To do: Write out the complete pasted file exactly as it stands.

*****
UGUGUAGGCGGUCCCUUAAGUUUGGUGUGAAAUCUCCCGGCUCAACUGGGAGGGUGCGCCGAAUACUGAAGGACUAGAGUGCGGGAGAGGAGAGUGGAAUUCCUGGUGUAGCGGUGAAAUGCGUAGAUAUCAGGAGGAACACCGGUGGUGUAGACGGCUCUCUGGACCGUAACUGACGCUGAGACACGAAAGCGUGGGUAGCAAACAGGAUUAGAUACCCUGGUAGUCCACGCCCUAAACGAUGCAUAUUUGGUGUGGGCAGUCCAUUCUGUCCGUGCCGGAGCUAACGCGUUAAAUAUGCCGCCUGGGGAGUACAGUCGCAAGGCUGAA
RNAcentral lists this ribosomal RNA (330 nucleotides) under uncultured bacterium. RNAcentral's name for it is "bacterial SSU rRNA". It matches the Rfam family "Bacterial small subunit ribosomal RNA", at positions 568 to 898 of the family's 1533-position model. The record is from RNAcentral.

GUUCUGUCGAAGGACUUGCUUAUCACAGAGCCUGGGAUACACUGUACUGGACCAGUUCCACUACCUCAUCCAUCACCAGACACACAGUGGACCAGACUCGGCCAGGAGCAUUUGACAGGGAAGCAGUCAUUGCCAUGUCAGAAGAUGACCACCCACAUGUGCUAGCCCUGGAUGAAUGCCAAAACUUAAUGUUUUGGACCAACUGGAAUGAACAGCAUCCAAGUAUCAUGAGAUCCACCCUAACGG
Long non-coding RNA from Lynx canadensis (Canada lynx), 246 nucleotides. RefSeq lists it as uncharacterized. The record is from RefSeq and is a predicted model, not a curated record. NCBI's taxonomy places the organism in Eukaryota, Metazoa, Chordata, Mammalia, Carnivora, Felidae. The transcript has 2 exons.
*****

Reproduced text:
UGUGUAGGCGGUCCCUUAAGUUUGGUGUGAAAUCUCCCGGCUCAACUGGGAGGGUGCGCCGAAUACUGAAGGACUAGAGUGCGGGAGAGGAGAGUGGAAUUCCUGGUGUAGCGGUGAAAUGCGUAGAUAUCAGGAGGAACACCGGUGGUGUAGACGGCUCUCUGGACCGUAACUGACGCUGAGACACGAAAGCGUGGGUAGCAAACAGGAUUAGAUACCCUGGUAGUCCACGCCCUAAACGAUGCAUAUUUGGUGUGGGCAGUCCAUUCUGUCCGUGCCGGAGCUAACGCGUUAAAUAUGCCGCCUGGGGAGUACAGUCGCAAGGCUGAA
RNAcentral lists this ribosomal RNA (330 nucleotides) under uncultured bacterium. RNAcentral's name for it is "bacterial SSU rRNA". It matches the Rfam family "Bacterial small subunit ribosomal RNA", at positions 568 to 898 of the family's 1533-position model. The record is from RNAcentral.

GUUCUGUCGAAGGACUUGCUUAUCACAGAGCCUGGGAUACACUGUACUGGACCAGUUCCACUACCUCAUCCAUCACCAGACACACAGUGGACCAGACUCGGCCAGGAGCAUUUGACAGGGAAGCAGUCAUUGCCAUGUCAGAAGAUGACCACCCACAUGUGCUAGCCCUGGAUGAAUGCCAAAACUUAAUGUUUUGGACCAACUGGAAUGAACAGCAUCCAAGUAUCAUGAGAUCCACCCUAACGG
Long non-coding RNA from Lynx canadensis (Canada lynx), 246 nucleotides. RefSeq lists it as uncharacterized. The record is from RefSeq and is a predicted model, not a curated record. NCBI's taxonomy places the organism in Eukaryota, Metazoa, Chordata, Mammalia, Carnivora, Felidae. The transcript has 2 exons.